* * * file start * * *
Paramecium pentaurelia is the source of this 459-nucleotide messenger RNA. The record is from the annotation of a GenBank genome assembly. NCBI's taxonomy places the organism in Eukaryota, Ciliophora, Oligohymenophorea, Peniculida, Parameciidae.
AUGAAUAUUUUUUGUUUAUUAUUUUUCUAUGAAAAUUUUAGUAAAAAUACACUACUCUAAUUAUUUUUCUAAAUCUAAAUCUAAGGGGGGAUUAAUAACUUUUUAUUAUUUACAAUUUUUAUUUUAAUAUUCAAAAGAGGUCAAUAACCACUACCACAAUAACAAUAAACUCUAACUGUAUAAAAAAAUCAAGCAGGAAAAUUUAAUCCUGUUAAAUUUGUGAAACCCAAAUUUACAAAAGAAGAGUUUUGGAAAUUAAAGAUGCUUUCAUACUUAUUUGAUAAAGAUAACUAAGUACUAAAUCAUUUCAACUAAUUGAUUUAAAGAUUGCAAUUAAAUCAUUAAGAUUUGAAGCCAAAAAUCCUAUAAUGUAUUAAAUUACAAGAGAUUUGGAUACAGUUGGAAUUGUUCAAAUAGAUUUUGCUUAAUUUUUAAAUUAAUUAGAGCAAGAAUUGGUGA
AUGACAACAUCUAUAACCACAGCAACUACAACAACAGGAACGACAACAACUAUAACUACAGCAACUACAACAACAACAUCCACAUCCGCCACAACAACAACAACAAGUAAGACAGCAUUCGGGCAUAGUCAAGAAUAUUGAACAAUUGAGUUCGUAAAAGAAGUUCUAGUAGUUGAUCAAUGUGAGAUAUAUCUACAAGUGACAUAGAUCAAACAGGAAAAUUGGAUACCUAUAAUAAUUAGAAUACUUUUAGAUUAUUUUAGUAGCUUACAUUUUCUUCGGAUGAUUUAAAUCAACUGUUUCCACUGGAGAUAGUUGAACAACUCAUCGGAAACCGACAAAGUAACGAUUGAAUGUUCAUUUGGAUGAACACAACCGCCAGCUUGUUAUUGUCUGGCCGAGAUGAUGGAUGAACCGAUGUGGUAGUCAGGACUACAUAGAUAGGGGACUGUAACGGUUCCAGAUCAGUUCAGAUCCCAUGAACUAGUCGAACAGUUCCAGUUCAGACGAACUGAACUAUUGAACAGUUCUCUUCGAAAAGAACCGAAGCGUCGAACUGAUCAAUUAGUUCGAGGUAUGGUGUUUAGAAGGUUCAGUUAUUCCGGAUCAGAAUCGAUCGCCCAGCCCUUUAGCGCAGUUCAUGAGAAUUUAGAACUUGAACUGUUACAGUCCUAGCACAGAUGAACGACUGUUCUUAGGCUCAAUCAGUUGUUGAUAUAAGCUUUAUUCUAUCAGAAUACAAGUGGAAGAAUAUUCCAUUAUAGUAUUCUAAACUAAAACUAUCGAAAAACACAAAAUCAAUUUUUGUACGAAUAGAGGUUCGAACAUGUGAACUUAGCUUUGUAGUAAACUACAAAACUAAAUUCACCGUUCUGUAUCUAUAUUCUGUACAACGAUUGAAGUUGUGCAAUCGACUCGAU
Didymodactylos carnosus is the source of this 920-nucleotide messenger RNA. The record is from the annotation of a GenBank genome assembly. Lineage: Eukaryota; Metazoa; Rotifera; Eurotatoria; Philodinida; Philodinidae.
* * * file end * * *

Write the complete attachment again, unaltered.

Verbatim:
Paramecium pentaurelia is the source of this 459-nucleotide messenger RNA. The record is from the annotation of a GenBank genome assembly. NCBI's taxonomy places the organism in Eukaryota, Ciliophora, Oligohymenophorea, Peniculida, Parameciidae.
AUGAAUAUUUUUUGUUUAUUAUUUUUCUAUGAAAAUUUUAGUAAAAAUACACUACUCUAAUUAUUUUUCUAAAUCUAAAUCUAAGGGGGGAUUAAUAACUUUUUAUUAUUUACAAUUUUUAUUUUAAUAUUCAAAAGAGGUCAAUAACCACUACCACAAUAACAAUAAACUCUAACUGUAUAAAAAAAUCAAGCAGGAAAAUUUAAUCCUGUUAAAUUUGUGAAACCCAAAUUUACAAAAGAAGAGUUUUGGAAAUUAAAGAUGCUUUCAUACUUAUUUGAUAAAGAUAACUAAGUACUAAAUCAUUUCAACUAAUUGAUUUAAAGAUUGCAAUUAAAUCAUUAAGAUUUGAAGCCAAAAAUCCUAUAAUGUAUUAAAUUACAAGAGAUUUGGAUACAGUUGGAAUUGUUCAAAUAGAUUUUGCUUAAUUUUUAAAUUAAUUAGAGCAAGAAUUGGUGA
AUGACAACAUCUAUAACCACAGCAACUACAACAACAGGAACGACAACAACUAUAACUACAGCAACUACAACAACAACAUCCACAUCCGCCACAACAACAACAACAAGUAAGACAGCAUUCGGGCAUAGUCAAGAAUAUUGAACAAUUGAGUUCGUAAAAGAAGUUCUAGUAGUUGAUCAAUGUGAGAUAUAUCUACAAGUGACAUAGAUCAAACAGGAAAAUUGGAUACCUAUAAUAAUUAGAAUACUUUUAGAUUAUUUUAGUAGCUUACAUUUUCUUCGGAUGAUUUAAAUCAACUGUUUCCACUGGAGAUAGUUGAACAACUCAUCGGAAACCGACAAAGUAACGAUUGAAUGUUCAUUUGGAUGAACACAACCGCCAGCUUGUUAUUGUCUGGCCGAGAUGAUGGAUGAACCGAUGUGGUAGUCAGGACUACAUAGAUAGGGGACUGUAACGGUUCCAGAUCAGUUCAGAUCCCAUGAACUAGUCGAACAGUUCCAGUUCAGACGAACUGAACUAUUGAACAGUUCUCUUCGAAAAGAACCGAAGCGUCGAACUGAUCAAUUAGUUCGAGGUAUGGUGUUUAGAAGGUUCAGUUAUUCCGGAUCAGAAUCGAUCGCCCAGCCCUUUAGCGCAGUUCAUGAGAAUUUAGAACUUGAACUGUUACAGUCCUAGCACAGAUGAACGACUGUUCUUAGGCUCAAUCAGUUGUUGAUAUAAGCUUUAUUCUAUCAGAAUACAAGUGGAAGAAUAUUCCAUUAUAGUAUUCUAAACUAAAACUAUCGAAAAACACAAAAUCAAUUUUUGUACGAAUAGAGGUUCGAACAUGUGAACUUAGCUUUGUAGUAAACUACAAAACUAAAUUCACCGUUCUGUAUCUAUAUUCUGUACAACGAUUGAAGUUGUGCAAUCGACUCGAU
Didymodactylos carnosus is the source of this 920-nucleotide messenger RNA. The record is from the annotation of a GenBank genome assembly. Lineage: Eukaryota; Metazoa; Rotifera; Eurotatoria; Philodinida; Philodinidae.